Equation (3.1) may be generalized in the following manner: Suppose that
are mutually exclusive events such that
In other words, exactly one of the events
must occur. By
and using the fact that the events
Thus Equation (3.3) shows how, for given events
one and only one must occur, we can compute P(E) by first conditioning on
which one of the Fi occurs. That is, Equation (3.3) states that P(E) is
equal to a weighted average of P(E|Fi), each term being weighted by the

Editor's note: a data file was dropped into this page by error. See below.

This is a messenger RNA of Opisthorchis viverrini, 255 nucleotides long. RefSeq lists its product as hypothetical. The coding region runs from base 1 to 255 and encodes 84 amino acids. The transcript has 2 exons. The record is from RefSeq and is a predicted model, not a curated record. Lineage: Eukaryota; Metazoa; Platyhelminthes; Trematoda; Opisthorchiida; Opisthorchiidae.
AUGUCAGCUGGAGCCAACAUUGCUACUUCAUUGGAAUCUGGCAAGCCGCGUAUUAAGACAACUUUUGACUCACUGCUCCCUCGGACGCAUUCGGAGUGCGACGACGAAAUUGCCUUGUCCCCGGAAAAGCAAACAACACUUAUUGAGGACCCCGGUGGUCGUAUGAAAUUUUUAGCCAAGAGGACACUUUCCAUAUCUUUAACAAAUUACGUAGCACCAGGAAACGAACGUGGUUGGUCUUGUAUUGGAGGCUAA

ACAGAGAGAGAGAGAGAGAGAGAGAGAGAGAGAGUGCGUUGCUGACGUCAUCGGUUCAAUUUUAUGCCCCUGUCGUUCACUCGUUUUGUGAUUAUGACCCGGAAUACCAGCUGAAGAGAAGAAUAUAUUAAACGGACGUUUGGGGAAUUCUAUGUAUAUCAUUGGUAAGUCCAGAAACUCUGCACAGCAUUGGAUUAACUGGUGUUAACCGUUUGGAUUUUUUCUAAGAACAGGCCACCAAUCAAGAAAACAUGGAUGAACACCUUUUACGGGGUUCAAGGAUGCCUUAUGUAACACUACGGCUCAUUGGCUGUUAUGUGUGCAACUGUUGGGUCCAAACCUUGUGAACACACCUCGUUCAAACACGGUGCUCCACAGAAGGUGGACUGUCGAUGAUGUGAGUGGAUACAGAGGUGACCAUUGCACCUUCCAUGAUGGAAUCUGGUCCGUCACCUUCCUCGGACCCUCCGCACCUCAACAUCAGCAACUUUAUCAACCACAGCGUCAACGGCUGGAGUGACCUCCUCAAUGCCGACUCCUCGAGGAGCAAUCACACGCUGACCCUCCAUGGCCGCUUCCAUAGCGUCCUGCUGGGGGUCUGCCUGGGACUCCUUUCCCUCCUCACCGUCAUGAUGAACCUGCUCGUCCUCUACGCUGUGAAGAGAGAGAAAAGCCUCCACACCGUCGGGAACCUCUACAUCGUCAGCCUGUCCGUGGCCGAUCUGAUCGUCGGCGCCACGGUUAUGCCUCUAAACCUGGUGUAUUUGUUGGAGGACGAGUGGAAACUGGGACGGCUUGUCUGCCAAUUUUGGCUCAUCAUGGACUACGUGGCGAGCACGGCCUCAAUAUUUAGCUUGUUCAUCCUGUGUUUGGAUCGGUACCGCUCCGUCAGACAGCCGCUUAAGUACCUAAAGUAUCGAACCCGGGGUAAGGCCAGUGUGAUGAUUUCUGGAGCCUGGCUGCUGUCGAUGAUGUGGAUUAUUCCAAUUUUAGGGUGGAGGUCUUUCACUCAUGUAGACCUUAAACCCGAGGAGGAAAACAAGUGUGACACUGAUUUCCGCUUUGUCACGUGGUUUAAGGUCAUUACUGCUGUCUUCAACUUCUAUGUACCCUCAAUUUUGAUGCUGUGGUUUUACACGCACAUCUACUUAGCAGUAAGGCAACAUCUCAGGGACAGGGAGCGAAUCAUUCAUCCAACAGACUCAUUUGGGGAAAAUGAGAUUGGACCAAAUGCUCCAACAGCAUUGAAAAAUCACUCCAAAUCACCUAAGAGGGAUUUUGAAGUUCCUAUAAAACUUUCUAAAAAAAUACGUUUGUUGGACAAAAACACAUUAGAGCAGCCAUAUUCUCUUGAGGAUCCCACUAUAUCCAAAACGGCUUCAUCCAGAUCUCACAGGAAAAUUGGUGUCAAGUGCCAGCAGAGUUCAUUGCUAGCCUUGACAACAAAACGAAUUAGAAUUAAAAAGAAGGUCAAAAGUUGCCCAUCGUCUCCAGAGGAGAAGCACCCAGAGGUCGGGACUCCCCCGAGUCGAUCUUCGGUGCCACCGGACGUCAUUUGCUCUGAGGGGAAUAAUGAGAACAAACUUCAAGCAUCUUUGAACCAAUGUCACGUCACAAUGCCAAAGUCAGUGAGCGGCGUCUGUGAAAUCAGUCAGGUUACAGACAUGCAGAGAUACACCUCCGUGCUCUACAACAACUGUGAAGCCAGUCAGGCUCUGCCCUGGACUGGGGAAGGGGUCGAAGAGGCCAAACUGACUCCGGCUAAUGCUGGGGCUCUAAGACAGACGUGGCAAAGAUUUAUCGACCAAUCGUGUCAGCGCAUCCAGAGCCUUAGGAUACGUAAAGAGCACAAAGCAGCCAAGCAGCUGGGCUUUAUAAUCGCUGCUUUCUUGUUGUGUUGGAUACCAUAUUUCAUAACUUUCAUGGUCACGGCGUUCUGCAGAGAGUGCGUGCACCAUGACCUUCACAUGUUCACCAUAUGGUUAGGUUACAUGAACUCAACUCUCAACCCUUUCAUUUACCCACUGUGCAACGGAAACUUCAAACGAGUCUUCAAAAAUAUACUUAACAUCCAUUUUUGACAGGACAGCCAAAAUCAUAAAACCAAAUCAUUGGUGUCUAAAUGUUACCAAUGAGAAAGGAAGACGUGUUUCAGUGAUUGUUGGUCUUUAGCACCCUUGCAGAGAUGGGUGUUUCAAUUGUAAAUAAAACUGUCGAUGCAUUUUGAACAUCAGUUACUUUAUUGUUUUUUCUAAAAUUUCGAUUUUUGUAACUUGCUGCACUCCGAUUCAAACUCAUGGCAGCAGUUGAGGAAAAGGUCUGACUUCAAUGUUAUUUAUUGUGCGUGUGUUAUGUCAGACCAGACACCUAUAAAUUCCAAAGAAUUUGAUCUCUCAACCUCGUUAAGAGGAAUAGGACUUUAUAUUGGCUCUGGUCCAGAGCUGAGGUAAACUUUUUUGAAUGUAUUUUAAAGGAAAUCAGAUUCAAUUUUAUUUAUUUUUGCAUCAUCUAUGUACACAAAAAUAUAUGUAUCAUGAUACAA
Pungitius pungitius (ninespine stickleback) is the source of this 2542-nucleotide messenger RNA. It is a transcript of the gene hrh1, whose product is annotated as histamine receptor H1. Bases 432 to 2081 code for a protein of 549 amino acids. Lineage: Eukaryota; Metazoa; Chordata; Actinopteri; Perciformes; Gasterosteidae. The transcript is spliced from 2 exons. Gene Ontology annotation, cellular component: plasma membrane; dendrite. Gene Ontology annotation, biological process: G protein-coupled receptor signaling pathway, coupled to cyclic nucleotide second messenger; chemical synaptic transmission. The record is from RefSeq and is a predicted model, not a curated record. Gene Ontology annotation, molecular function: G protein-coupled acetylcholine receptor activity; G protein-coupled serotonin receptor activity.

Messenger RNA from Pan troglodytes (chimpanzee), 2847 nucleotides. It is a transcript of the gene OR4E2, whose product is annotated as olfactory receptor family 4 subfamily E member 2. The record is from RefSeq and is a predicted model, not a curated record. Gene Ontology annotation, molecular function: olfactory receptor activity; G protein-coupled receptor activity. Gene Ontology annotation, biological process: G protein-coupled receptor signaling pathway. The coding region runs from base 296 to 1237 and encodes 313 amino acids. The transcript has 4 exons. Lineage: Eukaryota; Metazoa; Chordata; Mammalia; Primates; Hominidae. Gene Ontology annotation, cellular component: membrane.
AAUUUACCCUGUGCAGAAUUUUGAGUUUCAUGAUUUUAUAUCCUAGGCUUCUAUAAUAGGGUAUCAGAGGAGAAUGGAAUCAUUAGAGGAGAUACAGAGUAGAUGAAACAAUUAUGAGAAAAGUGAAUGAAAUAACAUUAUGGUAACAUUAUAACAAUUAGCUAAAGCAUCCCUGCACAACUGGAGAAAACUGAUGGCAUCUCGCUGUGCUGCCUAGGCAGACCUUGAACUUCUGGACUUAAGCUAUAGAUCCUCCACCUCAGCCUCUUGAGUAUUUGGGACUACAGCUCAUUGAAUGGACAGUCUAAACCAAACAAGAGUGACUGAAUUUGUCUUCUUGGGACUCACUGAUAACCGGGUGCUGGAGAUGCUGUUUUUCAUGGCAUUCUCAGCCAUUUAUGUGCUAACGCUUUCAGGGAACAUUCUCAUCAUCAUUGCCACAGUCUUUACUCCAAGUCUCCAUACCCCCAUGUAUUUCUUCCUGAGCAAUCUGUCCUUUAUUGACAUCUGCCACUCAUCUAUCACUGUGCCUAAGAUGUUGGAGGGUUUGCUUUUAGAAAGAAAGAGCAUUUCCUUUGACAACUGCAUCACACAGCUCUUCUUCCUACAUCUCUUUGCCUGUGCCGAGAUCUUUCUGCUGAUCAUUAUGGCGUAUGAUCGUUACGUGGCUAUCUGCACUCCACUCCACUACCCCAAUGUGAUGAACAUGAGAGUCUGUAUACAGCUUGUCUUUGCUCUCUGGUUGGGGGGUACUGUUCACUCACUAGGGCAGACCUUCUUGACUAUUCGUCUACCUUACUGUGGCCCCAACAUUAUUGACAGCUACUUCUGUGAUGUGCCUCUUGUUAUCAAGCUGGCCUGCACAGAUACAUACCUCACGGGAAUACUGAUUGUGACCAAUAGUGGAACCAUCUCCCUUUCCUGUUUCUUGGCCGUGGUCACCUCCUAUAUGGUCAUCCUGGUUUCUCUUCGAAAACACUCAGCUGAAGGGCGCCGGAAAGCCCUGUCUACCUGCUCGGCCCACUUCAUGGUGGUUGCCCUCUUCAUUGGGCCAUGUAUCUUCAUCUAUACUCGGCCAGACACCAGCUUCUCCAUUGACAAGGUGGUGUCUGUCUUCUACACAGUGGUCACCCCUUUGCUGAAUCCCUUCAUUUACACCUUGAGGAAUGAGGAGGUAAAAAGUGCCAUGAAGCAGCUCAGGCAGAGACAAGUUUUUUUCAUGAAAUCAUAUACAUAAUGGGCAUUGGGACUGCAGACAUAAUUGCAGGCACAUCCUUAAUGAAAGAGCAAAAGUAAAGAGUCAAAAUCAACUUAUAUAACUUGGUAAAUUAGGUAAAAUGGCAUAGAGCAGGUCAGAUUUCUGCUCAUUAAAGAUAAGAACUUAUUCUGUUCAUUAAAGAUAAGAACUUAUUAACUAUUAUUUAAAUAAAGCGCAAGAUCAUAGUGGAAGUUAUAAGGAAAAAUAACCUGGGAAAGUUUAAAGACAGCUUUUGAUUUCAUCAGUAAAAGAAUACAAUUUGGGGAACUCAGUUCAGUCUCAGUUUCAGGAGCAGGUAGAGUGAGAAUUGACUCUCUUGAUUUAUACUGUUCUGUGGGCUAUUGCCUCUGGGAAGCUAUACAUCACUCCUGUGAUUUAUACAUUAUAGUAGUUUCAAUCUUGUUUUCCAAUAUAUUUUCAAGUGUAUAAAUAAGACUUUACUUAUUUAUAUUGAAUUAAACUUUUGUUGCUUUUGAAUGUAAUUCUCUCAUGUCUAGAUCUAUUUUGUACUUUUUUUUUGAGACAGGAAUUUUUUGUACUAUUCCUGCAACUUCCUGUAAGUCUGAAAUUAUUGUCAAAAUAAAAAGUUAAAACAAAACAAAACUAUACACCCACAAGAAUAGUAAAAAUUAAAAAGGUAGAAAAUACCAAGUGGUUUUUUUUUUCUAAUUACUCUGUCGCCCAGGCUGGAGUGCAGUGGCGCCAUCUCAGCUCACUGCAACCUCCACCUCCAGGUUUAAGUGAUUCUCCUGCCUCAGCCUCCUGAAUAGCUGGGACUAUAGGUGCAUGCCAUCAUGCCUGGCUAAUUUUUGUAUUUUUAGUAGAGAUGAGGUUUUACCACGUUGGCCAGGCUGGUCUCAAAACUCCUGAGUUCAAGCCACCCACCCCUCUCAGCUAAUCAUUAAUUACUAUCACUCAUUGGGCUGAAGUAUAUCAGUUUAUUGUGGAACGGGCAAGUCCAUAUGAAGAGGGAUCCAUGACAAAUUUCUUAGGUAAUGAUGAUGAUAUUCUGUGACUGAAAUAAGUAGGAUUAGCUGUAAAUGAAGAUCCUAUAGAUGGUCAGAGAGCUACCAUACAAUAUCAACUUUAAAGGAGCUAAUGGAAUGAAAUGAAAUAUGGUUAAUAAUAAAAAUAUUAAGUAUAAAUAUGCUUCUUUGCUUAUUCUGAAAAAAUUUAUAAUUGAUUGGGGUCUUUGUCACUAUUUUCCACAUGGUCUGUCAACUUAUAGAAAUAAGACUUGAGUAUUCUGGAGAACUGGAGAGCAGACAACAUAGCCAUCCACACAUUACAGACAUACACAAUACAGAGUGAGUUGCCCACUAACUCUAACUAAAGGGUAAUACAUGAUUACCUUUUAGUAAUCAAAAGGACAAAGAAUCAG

probability of the event on which it is conditioned.
Suppose now that E has occurred and we are interested in determining which
one of the Fj also occurred. By Equation (3.3), we have the following
Equation (3.4) is known as Bayes' formula, after the English philosopher
Thomas Bayes. If we think of the events Fj as being possible "hypotheses"
about some subject matter, then Bayes' formula may be interpreted as showing
us how opinions about these hypotheses held before the experiment
[that is, the P(Fj)] should be modified by the evidence of the experiment.